Cotton is the basic resource for thousands of consumer and industrial products manufactured in the U.S. and throughout the world, and the contribution made by cotton to the food and fiber industry continues to grow in importance.
Cotton is grown in 17 states, stretching from Virginia to California, covering more than 12 million acres or about 19,000 square miles. From this combined acreage, the nation's cotton farmers annually harvest about 15 million bales or 7.3 billion pounds of cotton. Business revenue stimulated by the crop in the U.S. economy is estimated at some $100 billion.
The cotton industry is an important consumer of production inputs. At the farm level alone, the production of each year's crop involves the purchase of more than $5.8 billion worth of purchased inputs, labor, and equipment ... stimulating business activity for factories and enterprises throughout the country. In a typical year, U.S. cotton farmers invest more than $1.0 billion in fertilizers, $780 million in agricultural chemicals and $970 million in planting seed. They also pay out more than $2.2 billion in fuel and equipment and $170 million in farm labor.
Most of the crop (75 percent) goes into apparel, 18 percent into home furnishings and 7 percent into industrial products each year.
An often-overlooked component of the crop is the vast amount of cottonseed that is produced along with the fiber. Annual cottonseed production averages 5.2 million tons. More than 6 billion pounds of whole cottonseed and cottonseed meal are used in feed for livestock, dairy cattle and poultry. And 90 million gallons of cottonseed oil are used for food products ranging from margarine to salad dressing.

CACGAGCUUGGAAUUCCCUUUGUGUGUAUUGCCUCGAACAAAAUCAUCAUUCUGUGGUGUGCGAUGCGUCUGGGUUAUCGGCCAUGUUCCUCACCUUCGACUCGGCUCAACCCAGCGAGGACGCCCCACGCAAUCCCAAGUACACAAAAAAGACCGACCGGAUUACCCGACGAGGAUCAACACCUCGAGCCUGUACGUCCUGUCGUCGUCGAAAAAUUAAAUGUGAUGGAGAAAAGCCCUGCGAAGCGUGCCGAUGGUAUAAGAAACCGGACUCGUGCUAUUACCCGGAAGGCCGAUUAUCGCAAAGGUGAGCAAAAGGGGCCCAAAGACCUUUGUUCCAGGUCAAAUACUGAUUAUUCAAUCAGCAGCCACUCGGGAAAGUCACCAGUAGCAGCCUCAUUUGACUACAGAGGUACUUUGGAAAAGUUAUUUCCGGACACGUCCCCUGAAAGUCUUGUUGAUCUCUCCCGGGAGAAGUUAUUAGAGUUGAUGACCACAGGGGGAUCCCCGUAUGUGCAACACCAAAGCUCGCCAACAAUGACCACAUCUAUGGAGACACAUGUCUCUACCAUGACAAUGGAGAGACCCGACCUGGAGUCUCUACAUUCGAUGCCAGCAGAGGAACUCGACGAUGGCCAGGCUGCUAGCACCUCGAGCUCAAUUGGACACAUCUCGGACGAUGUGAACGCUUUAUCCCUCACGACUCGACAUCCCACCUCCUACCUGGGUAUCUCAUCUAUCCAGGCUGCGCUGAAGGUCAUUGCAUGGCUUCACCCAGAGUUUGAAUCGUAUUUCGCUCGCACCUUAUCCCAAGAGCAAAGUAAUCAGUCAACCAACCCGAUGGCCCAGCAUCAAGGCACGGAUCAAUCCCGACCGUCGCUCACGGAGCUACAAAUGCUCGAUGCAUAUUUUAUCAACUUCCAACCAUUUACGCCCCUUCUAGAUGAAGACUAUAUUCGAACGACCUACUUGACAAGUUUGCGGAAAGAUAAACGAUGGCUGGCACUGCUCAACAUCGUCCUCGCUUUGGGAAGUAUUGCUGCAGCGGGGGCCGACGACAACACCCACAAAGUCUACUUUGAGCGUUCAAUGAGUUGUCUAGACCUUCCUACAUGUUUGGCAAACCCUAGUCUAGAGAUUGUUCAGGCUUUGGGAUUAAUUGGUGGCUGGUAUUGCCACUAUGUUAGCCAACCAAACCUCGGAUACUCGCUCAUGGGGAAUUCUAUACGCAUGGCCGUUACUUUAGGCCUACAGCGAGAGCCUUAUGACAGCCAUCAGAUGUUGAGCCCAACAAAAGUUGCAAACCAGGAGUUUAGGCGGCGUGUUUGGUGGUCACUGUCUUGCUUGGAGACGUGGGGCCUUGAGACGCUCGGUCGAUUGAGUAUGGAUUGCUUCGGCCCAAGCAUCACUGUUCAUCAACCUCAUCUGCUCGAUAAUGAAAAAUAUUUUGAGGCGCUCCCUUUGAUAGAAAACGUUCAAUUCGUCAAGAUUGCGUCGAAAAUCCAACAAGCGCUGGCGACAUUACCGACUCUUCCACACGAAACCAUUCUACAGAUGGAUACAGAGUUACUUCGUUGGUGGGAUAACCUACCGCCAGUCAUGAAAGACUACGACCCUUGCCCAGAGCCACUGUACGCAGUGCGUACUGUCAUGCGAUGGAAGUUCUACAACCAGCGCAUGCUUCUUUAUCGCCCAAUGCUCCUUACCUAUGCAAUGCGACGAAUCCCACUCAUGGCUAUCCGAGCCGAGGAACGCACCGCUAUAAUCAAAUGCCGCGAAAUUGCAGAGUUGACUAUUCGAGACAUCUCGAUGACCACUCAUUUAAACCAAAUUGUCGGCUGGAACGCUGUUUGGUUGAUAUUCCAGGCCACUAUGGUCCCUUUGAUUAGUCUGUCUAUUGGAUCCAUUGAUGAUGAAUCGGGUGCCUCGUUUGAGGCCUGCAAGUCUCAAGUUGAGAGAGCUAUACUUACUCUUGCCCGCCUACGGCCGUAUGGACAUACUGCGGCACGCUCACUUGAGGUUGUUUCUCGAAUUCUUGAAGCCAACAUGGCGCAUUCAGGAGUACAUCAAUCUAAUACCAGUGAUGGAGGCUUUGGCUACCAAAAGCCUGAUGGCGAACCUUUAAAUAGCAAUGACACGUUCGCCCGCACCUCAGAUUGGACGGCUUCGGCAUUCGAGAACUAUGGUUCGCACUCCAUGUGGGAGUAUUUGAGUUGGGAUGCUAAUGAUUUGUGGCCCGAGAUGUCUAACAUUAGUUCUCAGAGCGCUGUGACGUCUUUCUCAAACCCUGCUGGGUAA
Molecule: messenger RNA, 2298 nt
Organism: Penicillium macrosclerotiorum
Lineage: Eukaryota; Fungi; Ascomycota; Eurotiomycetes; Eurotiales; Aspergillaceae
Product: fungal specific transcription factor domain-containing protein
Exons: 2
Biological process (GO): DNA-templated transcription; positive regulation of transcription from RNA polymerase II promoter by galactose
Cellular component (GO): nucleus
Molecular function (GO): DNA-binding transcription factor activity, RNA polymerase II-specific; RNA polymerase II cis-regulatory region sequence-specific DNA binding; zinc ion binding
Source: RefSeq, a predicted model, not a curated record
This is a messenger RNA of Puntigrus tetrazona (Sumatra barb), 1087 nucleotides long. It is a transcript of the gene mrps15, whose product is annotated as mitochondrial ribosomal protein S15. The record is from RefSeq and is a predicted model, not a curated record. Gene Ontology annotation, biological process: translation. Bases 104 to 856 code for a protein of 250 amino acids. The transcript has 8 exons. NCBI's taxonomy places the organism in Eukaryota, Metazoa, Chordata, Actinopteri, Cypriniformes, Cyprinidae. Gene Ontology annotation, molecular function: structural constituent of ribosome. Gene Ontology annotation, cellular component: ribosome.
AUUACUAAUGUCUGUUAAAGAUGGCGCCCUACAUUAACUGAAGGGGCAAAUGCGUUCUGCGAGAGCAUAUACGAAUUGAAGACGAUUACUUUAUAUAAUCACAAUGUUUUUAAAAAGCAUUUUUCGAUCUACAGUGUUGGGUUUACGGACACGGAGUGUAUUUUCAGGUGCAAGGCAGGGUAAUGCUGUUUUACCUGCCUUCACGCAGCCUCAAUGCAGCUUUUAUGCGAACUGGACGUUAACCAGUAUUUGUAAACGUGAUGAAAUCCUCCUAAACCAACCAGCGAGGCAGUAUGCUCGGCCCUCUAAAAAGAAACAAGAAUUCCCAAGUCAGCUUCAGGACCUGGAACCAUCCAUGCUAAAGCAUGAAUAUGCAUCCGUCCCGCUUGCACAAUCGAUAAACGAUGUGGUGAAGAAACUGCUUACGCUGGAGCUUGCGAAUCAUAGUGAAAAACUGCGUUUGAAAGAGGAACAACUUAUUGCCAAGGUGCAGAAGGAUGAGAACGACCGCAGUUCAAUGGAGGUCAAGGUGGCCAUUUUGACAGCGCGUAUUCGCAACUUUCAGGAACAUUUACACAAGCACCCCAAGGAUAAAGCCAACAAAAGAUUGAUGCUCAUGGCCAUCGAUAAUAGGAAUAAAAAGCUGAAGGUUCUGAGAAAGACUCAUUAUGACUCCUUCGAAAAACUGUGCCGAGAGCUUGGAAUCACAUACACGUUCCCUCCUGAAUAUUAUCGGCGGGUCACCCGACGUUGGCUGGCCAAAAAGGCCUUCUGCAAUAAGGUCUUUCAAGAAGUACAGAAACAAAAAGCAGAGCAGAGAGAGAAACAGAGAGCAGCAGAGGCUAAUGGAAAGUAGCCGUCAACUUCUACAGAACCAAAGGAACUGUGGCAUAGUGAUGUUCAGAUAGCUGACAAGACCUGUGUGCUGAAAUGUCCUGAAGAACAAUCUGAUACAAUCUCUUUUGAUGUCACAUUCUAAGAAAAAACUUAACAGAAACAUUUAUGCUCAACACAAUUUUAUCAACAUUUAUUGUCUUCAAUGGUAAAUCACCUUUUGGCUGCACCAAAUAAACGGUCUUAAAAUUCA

Overseas sales of U.S. cotton make a significant contribution to the reduction in the U.S. trade deficit. Annual values of U.S. cotton sold overseas recently have averaged $7 billion. The U.S. commonly supplies 12 million bales or more of the world's cotton exports, accounting for over 30 percent of the total world export market. The largest customers for U.S. raw cotton are in Asia, Mexico and Turkey.
The U.S. also exports more than 3.5 million bale equivalents of cotton textile products annually.
In addition to offering a national perspective on the industry, the World of Cotton data provides state, congressional district and county profiles as well. The number of businesses, jobs and the revenue they generate is available for each cotton-producing state.